American Heritage® Dictionary of the English Language, Fourth Edition
- adj. Derived by or designating the process of reasoning from facts or particulars to general principles or from effects to causes; inductive; empirical.
- adj. Justified by appeal to experience.
- adj. Knowable from experience.
Century Dictionary and Cyclopedia
- n. Literally, from the latter or subsequent; hence, in logic, from a consequent to its antecedent, or from an effect to its cause: used of reasoning which follows this order, formerly called demonstratio quia, or imperfect demonstration. The phrase is also used adjectively: as, a posteriori reasoning. As applied by Kant and all modern writers to knowledge, it is equivalent to from experience, or empirical; and it is opposed by him to a priori, that is, from the intellect independently of all experience. See
- adj. logic Involving deduction of theories from facts.
- adv. logic In a manner that deduces theories from facts.
GNU Webster's 1913
- (Logic) Characterizing that kind of reasoning which derives propositions from the observation of facts, or by generalizations from facts arrives at principles and definitions, or infers causes from effects. This is the reverse of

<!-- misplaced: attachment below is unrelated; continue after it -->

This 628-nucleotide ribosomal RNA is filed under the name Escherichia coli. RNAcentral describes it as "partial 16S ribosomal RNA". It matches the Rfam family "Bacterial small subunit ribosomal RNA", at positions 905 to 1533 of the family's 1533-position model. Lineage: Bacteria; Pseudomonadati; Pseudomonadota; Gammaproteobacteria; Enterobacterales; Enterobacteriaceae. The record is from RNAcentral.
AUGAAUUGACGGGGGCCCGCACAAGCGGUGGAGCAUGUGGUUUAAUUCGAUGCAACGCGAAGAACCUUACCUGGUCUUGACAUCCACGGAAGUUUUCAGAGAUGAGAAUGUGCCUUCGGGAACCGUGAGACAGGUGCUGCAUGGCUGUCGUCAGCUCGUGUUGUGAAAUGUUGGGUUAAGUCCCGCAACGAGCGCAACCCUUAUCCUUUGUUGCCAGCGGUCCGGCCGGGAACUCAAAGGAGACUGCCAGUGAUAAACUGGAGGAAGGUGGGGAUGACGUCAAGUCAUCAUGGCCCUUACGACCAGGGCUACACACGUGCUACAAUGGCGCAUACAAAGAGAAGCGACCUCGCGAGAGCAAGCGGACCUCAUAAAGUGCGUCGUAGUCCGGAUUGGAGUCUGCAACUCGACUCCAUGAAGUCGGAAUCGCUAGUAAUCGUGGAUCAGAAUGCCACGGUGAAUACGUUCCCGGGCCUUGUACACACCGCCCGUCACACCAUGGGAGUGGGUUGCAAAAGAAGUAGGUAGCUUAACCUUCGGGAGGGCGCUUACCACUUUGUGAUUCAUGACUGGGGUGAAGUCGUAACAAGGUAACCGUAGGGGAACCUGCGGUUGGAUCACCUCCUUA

- (Philos.) Applied to knowledge which is based upon or derived from facts through induction or experiment; inductive or empirical.
- adj. requiring evidence for validation or support
- adv. derived from observed facts
- adj. involving reasoning from facts or particulars to general principles or from effects to causes
- Borrowed from Latin (Wiktionary)
- Medieval Latin : Latin a, from + Latin posteriorī, ablative of posterior, later. (American Heritage® Dictionary of the English Language, Fourth Edition)
“I say special training, meaning, that which takes up the subject scientifically, with a priori, and a posteriori evidence: -- of things not seen -- with homiletical and hermaneutical arrangement, and discussion in sermonizing.”
“But if the term proof or demonstration may be, as it often is, applied to a posteriori or inductive inference, by means of which knowledge that is not innate or intuitive is acquired by the exercise of reason, then it cannot fairly be denied that Catholic teaching virtually asserts that God's existence can be proved.”
“But the difficulty is with regard to this preliminary admission, which if challenged -- as it is in fact challenged by Agnostics -- requires to be justified by recurring to the a posteriori argument, i.e. to the inference by way of causality from contingency to self-existence and thence by way of deduction to infinity.”
“Well, Aries Tottle flourished supreme until the advent of one Hog, surnamed the 'Ettrick Shepherd', who preached an entirely different system, which he called the a posteriori or inductive.”
“+ The subjective a posteriori method, which, from an examination of the phenomena of consciousness builds up empirically, that is, inductively, conclusions based on those phenomena;”
These user-created lists contain the word ‘a posteriori’.
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Looking for tweets for a posteriori.